Sunday, 24 November 2013

In Fear (UK, 2013); Dir. Jeremy Lovering

Horror, perhaps more than any other, is a genre of simple pleasures. The same tried and tested formulas can be repurposed ad infinitum with a reasonable chance of decent renumeration, even in cases where a franchise should have long since succumbed to the law of diminishing returns.

For the discerning fan of horror cinema the devil is in the detail; how skilfully does a film plunder those too-familiar old tropes and, if not give the appearance of being fresh, at least demonstrate enough command of the material that the viewer doesn't think about it too much?

So to point out the influences on Jeremy Lovering's debut feature film would both spoil the plot and be somewhat glib, because there's no question that In Fear is as smartly directed piece of work that deserves an audience.

Tom (Iain De Castecker) and Lucy (Alice Englert), a young couple only a fortnight into their relationship, travel to rural Ireland for a music festival. En route to a nearby hotel they stop at a pub where Tom gets involved in a fracas with the locals although, crucially, the scenes takes place off camera and is reported to Lucy in the car after.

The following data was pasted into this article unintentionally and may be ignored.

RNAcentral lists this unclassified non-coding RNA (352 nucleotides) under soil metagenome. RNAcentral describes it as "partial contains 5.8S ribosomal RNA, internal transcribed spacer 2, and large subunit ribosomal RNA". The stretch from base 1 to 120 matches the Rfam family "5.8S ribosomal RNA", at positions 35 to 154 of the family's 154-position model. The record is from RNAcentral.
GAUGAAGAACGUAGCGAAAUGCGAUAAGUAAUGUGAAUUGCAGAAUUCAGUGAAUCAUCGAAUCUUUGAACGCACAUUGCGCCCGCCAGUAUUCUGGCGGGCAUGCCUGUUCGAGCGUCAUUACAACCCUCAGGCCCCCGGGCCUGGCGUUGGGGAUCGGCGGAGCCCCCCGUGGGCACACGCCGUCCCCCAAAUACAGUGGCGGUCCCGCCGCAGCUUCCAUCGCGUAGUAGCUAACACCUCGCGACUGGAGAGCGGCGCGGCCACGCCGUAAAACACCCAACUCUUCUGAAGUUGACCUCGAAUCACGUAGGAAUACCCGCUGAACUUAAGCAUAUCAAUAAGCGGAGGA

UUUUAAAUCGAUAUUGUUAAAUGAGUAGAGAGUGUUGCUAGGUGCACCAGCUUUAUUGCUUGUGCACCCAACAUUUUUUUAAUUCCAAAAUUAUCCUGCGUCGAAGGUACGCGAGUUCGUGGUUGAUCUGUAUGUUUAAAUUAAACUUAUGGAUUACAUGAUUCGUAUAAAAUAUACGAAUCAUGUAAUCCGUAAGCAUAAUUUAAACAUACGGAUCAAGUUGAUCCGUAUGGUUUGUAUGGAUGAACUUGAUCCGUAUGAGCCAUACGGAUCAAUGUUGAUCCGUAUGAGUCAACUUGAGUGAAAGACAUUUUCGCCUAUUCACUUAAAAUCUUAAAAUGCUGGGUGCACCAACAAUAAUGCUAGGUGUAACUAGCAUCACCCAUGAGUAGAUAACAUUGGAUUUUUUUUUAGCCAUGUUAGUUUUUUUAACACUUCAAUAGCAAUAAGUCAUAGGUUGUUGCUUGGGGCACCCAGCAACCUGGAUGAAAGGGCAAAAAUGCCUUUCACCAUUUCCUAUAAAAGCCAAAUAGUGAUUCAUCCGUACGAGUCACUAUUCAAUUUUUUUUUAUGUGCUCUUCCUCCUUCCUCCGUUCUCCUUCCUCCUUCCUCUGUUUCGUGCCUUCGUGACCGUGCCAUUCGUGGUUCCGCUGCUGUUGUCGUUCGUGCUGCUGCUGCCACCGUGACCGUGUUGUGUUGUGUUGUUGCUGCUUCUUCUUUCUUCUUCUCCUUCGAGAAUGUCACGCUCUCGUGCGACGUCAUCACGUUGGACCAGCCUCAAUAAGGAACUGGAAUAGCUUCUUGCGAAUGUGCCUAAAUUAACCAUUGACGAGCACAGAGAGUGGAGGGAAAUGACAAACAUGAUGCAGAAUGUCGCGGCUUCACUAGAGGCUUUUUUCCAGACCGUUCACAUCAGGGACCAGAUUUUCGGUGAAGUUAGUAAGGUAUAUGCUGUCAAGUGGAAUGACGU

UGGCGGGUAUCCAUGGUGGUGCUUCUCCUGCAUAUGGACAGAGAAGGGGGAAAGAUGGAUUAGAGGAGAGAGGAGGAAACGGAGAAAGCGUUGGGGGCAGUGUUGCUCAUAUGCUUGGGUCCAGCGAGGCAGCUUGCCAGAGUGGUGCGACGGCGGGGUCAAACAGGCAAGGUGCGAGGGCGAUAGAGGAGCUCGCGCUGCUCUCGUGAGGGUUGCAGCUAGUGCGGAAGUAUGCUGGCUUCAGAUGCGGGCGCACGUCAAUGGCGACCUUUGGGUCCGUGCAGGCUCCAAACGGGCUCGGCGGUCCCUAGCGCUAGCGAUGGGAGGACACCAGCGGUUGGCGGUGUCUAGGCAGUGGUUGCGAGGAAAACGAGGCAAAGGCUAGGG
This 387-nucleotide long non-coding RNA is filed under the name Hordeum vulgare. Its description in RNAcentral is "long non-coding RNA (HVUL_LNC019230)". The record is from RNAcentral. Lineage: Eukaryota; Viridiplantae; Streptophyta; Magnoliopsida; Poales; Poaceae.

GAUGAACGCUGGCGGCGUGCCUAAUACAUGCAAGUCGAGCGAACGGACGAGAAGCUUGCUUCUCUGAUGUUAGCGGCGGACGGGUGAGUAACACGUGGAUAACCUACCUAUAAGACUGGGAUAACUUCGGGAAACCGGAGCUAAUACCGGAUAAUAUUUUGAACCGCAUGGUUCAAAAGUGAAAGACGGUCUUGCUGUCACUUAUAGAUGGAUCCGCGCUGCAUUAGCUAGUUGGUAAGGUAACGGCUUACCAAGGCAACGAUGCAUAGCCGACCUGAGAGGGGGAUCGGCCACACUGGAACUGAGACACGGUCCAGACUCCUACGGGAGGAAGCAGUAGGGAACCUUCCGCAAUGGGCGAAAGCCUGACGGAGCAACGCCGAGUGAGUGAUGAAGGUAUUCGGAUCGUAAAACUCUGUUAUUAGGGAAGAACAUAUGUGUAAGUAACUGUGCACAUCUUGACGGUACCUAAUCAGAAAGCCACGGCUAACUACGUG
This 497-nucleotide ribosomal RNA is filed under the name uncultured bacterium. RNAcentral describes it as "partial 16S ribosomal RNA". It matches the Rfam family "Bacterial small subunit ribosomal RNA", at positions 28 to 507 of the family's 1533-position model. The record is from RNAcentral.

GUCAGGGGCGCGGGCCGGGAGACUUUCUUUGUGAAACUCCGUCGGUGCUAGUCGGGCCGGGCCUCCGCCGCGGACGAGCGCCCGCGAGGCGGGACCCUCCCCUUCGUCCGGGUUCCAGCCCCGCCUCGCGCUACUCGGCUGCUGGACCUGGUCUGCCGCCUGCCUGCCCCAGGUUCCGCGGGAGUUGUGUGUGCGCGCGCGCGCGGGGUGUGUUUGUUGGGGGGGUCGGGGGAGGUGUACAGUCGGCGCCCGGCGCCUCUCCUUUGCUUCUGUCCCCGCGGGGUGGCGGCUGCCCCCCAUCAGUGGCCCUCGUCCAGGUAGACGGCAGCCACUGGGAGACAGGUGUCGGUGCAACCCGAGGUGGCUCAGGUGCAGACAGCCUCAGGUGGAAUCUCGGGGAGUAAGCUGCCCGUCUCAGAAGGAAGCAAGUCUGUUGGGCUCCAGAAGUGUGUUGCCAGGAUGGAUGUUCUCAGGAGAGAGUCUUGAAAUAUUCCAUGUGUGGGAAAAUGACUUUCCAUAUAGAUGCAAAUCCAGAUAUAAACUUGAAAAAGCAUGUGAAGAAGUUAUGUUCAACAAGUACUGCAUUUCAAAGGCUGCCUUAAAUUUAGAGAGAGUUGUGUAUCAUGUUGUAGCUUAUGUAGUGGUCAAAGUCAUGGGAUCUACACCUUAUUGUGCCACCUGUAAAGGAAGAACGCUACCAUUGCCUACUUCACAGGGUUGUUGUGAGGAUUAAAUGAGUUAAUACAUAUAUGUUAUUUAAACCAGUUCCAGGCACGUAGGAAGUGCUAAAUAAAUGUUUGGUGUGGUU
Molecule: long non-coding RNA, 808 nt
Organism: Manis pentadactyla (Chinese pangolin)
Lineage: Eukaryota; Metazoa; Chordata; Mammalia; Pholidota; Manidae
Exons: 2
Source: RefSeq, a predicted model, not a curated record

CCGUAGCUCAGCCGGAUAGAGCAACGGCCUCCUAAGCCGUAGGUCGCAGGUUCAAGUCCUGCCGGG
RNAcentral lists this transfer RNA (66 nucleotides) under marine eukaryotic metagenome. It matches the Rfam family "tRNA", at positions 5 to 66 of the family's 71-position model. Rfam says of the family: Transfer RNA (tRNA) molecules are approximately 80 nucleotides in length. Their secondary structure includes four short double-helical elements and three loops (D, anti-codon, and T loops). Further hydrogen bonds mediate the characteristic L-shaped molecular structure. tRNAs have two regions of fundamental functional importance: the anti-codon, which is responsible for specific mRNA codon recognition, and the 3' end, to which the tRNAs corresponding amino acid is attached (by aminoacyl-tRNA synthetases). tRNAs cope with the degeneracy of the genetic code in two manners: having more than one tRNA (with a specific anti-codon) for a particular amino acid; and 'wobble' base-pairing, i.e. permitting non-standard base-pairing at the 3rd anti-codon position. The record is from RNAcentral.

The hotel itself, supposedly situated somewhere amidst the remote woodland, proves impossible to find despite signs apparently pointing the way. As the pair find themselves driving in circles on the narrow roads and darkness descends frustration gives way to despair. Then the question arises of whether something, or someone, is watching them.

It's the claustrophobic weirdness of this first fifty minutes or so that really sets the film apart from similar fare. Like a video game where the player is uncertain how to proceed the narrative enters a torturous limbo with no obvious end in sight. Lovering deploys close-up camera angles  - of the sort that have only really become possible in the past decade or so with digital cameras - to draw us intimately into the couple's predicament. Doubts begin to surface about how well they really know each other and what really transpired back at the pub. We're not even certain whether the cause of their confusion is human or supernatural; the car's satnav mysteriously unable to pinpoint their location.

When the third act changes the dynamic the effect ultimately proves a little disappointing. Classical aesthetics might have deemed an explanation was necessary but with that comes a dissipation of what made this film so compelling. Don't let that detract you from watching for yourself; In Fear is still comfortably the best British horror film since Kill List.